Use native plants suited to the growing conditions whenever possible. The pollinators have evolved with these plants into a mutually beneficial relationship. This means you’ll attract more pollinators and provide food and homes for many of their offspring.

Include plants that also attract predatory and parasitoid insects. These insects feed upon or parasitize other insects helping to reduce damage in the garden.

Companion Planting parasitoid


Lady beetles, praying mantids, and spiders are the most well-known insect predators. But the smaller predatory wasps and mites, often go unnoticed but also feed on other insects in the garden.  These eat their prey while insect parasitoids lay their eggs on or in their prey and feed on the host until it dies.

You may have noticed a parasitized tomato hornworm with white rice-like protrusions from its body. These are cocoons of a braconid wasp. The wasp eggs are laid on the hornworm, eventually, hatch and the larvae feed on the inside of the caterpillar until they are ready to pupate into an adult wasp.  The cocoons where this transformation occurs are the white rice-like protrusions. When you see this allow the wasps to continue to work on the hornworm. Once the adult wasps emerge they will get to work on other hornworms in your garden.

Include plants that attract beneficial insects to the garden. Grow members of the carrot family like cilantro and dill that attract small parasitic wasps and flies.  Plant colorful members of the aster family like the blanket flower, coreopsis, goldenrod, and sunflowers that are attractive to lady beetles and soldier beetles. Include members of the pea family that attract a variety of beneficial insects. Grow some sweet alyssum, basket-of-gold alyssum, and mustards to attract both parasitoids and predatory insects. Pop in some verbenas that are pretty to look at and help bring in a variety of beneficial insects to the garden.

Skip the pesticides that can harm the insects you are trying to attract. Tolerating a bit of damage rewards you with nature helping to manage the problems. If you kill the insect pests the beneficial insects need to survive they will go elsewhere to dine. Working with nature helps you grow healthier more productive plants with less effort.  And if you need to intervene try more eco-friendly methods like traps and barriers. If you opt to use a chemical, even organic products are made to kill things. So always read and follow label directions carefully before applying.

Improve the Soil

Diversifying plantings by growing plants with different types of roots can help improve your soil. Many gardeners use long tap-rooted radishes like the Daiken to break through heavily compacted soil for aeration and to allow the plants that follow an easier time developing roots. 

Grow deep-rooted melons and tomatoes to help move water and nutrients from deeper in the soil closer to the surface. This makes them more available to future plantings. Including beans, peas and other legumes in your planting rotations helps improve the soil. These plants fix nitrogen from the atmosphere and help reduce the garden’s overall fertilizer needs. Grow members of the legume family like snap peas or green beans you like to eat that also boost the nitrogen levels in the soil.

Or use legume cover crops like cowpeas to suppress weeds and improve the soil. Other plants like rye, buckwheat, or clover are also used for this purpose. You can plant the cover crop in fall and till it into the soil in spring. Plant early enough in fall so the cover crop can become established before winter. This also helps the cover crop withstand wildlife that may graze upon this green treat. Dig or till the cover crop into the soil at least one month prior to planting.

Make sure the cover crop you select is suited to your location and gardening style. Some are hard to kill and can become a problem. Do your research before selecting and planting cover crops in the garden.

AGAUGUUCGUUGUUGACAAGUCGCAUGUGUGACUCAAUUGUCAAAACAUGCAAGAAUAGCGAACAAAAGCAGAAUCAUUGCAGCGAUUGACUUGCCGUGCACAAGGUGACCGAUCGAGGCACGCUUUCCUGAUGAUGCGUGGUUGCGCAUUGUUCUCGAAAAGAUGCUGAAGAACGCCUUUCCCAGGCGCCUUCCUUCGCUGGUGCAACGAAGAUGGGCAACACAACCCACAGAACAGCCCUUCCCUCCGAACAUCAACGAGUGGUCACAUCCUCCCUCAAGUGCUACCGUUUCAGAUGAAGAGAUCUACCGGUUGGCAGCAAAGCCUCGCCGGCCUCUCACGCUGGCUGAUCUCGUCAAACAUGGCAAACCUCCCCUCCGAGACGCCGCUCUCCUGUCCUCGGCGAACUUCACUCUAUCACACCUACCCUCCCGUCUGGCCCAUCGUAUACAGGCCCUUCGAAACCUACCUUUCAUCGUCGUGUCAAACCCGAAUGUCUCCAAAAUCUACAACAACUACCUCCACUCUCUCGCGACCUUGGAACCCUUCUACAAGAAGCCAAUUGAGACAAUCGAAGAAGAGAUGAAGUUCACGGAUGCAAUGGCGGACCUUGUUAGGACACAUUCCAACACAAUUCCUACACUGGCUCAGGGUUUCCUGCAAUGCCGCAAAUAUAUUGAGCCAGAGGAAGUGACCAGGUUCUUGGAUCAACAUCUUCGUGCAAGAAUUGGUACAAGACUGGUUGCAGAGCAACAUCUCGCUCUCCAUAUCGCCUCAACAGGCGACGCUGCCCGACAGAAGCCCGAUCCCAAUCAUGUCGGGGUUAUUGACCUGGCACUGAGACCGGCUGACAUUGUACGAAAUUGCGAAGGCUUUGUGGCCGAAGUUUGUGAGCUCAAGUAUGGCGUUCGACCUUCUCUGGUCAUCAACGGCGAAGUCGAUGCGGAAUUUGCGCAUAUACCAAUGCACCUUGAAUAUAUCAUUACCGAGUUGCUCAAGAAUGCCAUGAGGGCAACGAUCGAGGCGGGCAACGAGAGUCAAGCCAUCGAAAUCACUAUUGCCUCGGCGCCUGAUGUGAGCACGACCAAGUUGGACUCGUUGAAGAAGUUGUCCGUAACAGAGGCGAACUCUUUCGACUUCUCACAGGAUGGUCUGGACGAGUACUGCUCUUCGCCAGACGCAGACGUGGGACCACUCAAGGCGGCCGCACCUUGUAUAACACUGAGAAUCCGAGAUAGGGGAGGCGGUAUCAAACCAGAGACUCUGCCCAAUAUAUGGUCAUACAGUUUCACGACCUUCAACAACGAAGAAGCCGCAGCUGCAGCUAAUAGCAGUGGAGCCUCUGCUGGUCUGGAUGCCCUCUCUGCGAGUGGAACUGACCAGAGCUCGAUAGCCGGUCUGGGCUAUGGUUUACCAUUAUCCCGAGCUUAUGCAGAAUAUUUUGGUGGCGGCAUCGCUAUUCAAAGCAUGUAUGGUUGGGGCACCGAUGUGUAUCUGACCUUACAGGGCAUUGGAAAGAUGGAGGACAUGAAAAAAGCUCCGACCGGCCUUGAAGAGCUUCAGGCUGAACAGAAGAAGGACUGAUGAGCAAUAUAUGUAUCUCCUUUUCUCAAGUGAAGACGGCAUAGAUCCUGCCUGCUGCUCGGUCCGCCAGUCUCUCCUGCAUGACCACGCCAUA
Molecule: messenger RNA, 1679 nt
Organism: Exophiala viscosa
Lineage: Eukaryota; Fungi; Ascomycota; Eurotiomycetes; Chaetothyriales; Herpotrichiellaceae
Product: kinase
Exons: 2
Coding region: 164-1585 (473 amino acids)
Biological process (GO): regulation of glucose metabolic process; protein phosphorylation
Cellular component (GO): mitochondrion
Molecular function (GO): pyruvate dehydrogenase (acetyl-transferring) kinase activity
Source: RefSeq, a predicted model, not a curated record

The Three Sisters planting strategy used by many indigenous communities is a perfect example of plants providing mutual support. The corn supports the pole beans, the beans add nitrogen to the soil and together they create a visual deterrent to the squash vine borer. Plus the squash covers the soil acting as a mulch and according to the University of Minnesota may even deter some critters like raccoons from eating the corn.

three sisters planting strategy

Three Sister's Planting Strategy

Space Saving Companion Plantings

Using companion planting to maximize growing space has always been a priority of mine. I was a small space gardener for over 25 years and every square foot of soil had to provide beauty or produce. Now I have a lot more space but want to use it wisely. Include some of these techniques when designing your garden to achieve the best results from every inch of your garden.

Plant in wide rows eliminating the need for paths between individual rows. Allow just enough space for each plant to reach full size. Remember to use a variety of plants within the rows, diversity, to help reduce insect and disease problems. And make sure you have easy access to all parts of the garden for planting, weeding, and harvesting.

Grow quick maturing vegetables like radish, lettuce, and beets between those like cabbage and tomatoes that take longer to reach full size. By the time the bigger vegetables need the space, you will have harvested those quick maturing veggies. You’ll grow more vegetables instead of weeds while waiting for your larger plants to fill in and cover that space.

Once you finish harvesting one row or bed of vegetables, replant that space with another. Make sure the second or in some cases third planting will have time to mature before the end of your growing season. Use a variety of unrelated plants in the rotation. For example start with salad radishes, then beans, and end the season if time allows with leaf lettuce. Fertilize as needed when switching out plantings. Consider using Milorganite a low nitrogen slow release fertilizer that won’t interfere with flowering and fruiting or burn plants when the weather is hot and dry.

Another ancient practice that is still important today is crop rotation. Make notes on your garden plan and avoid planting the same plant or its relative in the same location each year. Switching plantings to unrelated vegetables each year reduces the risk of insects and diseases building up in the garden over time. This is a challenge for small space gardeners. Maintaining a healthy soil by incorporating compost, mulching with organic materials and fertilizing with Milorganite that contains 85% organic matter promotes healthy growth more resistant to insects, diseases, and environmental stresses.

Look for ways to partner plants for their health and beauty. Diversifying your garden designs using companion planting techniques, can help you create a beautiful and productive garden.